PCI analysis: Marcus Ranum on why PCI DSS sets the bar too lowDate: Jun 12, 2014
"I think you need to look at this in the broader perspective," Ranum says, "which is that the bar was extremely low prior to PCI and SOX and some of these kinds of standards that came out, and they've pushed the bar up. So, we're off the floor -- we're maybe two feet off the ground. It's going to make it a little bit harder [to compromise] the mom-and-pop shops.
"Attackers going after Target, they're going to be fairly sophisticated and the defenses at Target are fairly sophisticated. What we really have to remember is that there are zillions of mom-and-pop stores out there that basically had no system logging, that had no segregation between their credit card systems.
"It's a low-level baseline. I used to describe PCI as the stuff that anyone in their right mind would have been doing all along. Once we've gotten everybody in line with all the sensible stuff that they should have already been doing, then we can start focusing on what's the next place to go."
Below is a transcript of the video.
Robert Richardson: Hi, I'm Robert Richardson. I'm the editorial director at SearchSecurity and with me is Marcus Ranum who is the CSO at Tenable. And we were talking off camera a minute ago in the general vicinity of the target hacks and the state of PCI in general and I guess the question I have is some people have said that if a really quite PCI-compliant company like Target who appears to have taken a lot of safeguards gets hacked, doesn't that say the PCI is not all it's cracked up to be?
Marcus Ranum: Well, I think you need to look at this in the broader perspective, which is that the bar was extremely low prior to PCI and SOX and some of these kinds of standards that came out. And they've pushed the bar up, so we're off the floor, we're maybe two feet off the ground and it's going to make it a little bit harder for the mom-and-pop shops.
Attackers going after Target, those are going to be fairly sophisticated and the defenses at Target are fairly sophisticated. What we really have to remember is that there's zillions of mom-and-pop shops out there that had no system logging, that had no segregation between their credit card system that basically had no security. So we've pushed things in the right direction.
Richardson: So is the idea then that we need to crank it up another notch and get three feet off the floor? There's sort of two versions. One is PCI is the wrong approach, or compliance in that sense is the wrong approach, or that we've made a start, but it'll take us a long time to get to something really meaningful.
Ranum: Well, again I think it's a low-level baseline. I used to describe PCI as the stuff that anyone in their right mind would have been doing all along. And once we've gotten past that, once we've had everybody in line with all the sensible stuff that they should have already been doing, then we can start focusing on what's the next thing, what's the next place to go. Maybe it's a bad analogy, but think about automotive safety.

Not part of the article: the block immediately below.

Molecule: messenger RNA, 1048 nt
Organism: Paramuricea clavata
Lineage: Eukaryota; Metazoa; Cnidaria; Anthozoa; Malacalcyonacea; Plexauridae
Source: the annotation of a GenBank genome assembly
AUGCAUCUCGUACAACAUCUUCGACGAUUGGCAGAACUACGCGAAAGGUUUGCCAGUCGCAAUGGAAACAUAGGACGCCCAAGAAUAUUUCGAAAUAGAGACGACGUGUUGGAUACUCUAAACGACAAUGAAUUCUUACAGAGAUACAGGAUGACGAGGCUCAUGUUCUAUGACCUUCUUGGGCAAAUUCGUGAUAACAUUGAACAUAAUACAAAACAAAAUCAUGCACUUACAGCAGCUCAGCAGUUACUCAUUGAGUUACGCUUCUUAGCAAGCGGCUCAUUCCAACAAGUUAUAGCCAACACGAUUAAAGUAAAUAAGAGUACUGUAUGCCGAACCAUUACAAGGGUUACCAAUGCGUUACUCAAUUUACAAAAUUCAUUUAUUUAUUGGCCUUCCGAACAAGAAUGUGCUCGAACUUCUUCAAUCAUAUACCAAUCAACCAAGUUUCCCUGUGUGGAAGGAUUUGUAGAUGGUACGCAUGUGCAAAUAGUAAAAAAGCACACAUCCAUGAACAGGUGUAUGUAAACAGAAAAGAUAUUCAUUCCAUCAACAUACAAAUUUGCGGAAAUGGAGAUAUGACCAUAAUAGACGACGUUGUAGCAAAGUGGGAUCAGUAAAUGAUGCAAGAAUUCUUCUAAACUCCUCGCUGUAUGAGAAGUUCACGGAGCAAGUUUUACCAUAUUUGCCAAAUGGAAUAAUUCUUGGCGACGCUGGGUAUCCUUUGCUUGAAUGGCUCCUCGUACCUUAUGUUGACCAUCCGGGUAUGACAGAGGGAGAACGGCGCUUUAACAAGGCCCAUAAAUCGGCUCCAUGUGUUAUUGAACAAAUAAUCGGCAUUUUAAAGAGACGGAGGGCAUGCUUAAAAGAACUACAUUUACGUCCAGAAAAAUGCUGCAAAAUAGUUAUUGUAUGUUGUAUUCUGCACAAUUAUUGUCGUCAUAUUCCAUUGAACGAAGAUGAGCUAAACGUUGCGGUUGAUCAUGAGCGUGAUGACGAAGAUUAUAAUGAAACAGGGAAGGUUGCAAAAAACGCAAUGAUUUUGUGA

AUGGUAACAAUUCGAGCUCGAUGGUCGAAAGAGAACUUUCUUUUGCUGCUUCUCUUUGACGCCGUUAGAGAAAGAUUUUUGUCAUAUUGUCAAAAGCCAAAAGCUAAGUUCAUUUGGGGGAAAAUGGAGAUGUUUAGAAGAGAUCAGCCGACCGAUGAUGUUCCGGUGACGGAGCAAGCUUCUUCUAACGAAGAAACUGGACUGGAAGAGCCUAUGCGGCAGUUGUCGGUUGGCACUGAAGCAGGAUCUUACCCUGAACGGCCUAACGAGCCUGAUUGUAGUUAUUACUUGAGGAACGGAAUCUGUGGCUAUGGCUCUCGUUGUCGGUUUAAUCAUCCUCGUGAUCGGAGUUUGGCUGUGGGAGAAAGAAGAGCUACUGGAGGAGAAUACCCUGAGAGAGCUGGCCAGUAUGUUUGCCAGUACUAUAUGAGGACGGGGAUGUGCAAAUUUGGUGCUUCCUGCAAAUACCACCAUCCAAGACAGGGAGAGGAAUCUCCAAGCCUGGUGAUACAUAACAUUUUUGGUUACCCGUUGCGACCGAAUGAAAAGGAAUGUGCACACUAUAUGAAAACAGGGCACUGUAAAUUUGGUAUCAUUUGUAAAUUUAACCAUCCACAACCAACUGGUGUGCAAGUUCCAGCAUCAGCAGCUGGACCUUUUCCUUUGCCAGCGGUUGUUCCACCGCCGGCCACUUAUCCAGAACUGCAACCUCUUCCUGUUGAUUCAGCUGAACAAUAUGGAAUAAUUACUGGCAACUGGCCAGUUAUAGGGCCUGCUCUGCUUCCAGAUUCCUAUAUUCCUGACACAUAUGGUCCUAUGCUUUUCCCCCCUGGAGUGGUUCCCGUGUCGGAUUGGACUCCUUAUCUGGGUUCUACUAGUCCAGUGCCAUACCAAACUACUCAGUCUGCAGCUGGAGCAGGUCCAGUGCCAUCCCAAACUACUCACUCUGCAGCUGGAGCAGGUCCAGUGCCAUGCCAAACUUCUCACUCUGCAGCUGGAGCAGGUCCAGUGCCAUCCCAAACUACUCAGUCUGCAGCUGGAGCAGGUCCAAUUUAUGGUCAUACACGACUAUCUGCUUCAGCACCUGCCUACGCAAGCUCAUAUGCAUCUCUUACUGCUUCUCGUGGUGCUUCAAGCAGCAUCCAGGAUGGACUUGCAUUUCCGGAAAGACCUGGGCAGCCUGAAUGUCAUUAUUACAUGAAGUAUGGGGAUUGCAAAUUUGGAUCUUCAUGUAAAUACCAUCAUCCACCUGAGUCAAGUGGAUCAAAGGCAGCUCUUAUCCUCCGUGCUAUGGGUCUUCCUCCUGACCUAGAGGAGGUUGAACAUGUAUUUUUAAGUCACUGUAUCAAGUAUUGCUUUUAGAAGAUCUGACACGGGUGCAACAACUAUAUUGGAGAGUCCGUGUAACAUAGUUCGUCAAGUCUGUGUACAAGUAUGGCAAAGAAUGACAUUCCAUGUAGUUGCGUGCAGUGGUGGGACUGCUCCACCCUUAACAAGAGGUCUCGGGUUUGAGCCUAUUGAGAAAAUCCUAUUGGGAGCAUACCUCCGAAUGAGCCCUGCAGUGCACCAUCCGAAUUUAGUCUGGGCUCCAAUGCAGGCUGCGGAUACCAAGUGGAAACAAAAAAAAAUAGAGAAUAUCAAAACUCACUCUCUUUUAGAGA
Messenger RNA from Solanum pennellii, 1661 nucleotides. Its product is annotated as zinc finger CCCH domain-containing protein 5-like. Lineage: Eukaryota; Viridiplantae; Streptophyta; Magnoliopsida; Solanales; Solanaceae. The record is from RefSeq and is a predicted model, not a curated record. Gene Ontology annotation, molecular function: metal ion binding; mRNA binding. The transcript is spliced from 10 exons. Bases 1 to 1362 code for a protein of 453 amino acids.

Once you've got everybody wearing their seat belts then we can start talking about front impact airbags and then we can start talking about side impact airbags, and then we can start talking about maybe not letting people who are young and stupid drive extremely powerful cars. We have to approach these problems as a moving target because that's what they are.
Richardson: This could mean that Target was the target. Right? There's a certain irony there. But I guess in terms of the automotive analogy, yeah, we never got to a point where we somehow expected that people wouldn't still die in automobile accidents.
Ranum: Right and that's the thing. Nobody is sitting there and saying, "Oh, geez! You know, this guy died in an automobile accident. Let's throw automotive safety completely out the window and go back to the 1960s where your face hit the dashboard every time you drove into the ditch after you'd had a couple of beers too many."
I think we're pushing things in the right direction. There's a tremendous amount of waste and there is also a lot of . . . What is it that the economists like to say? Unforeseen externalities and strange responses. It has created industries that maybe we really don't need like the mass of penetration testing industry. I'm not a big fan of that, but there's all kinds of stuff that comes along with it and I think that will really sort itself out in time. As we get enough of this going we'll be able to learn what works and what doesn't, and hopefully we'll be able to focus on it.
Richardson: Quick question. If you could add one thing to PCI, one element, what would it be?
Ranum: Ooh! Well, I think the one element I would want to see people add would be better capabilities for understanding the degree to which an exposure happened when it was happening, which I don't want to use the word forensics, but this boils down to not just having system logs but to having some kind of activity logs in your transaction system so that you could see how many transactions were exposed during the course of a breach. And the big organizations that are taking this stuff seriously like Target, they have that kind of information. It's the people who are kind of lower on the spectrum that don't have that.
And then the other problem is, I think, most organizations really don't have the forensic response capabilities to be able to pull things together and do that kind of analysis. So right now, that's become a huge market for sort of an outsourced business model.
Richardson: Well, it'll be interesting to see where it goes. In the meanwhile, Marcus Ranum, thank you so much for joining us.
Ranum: Always a pleasure.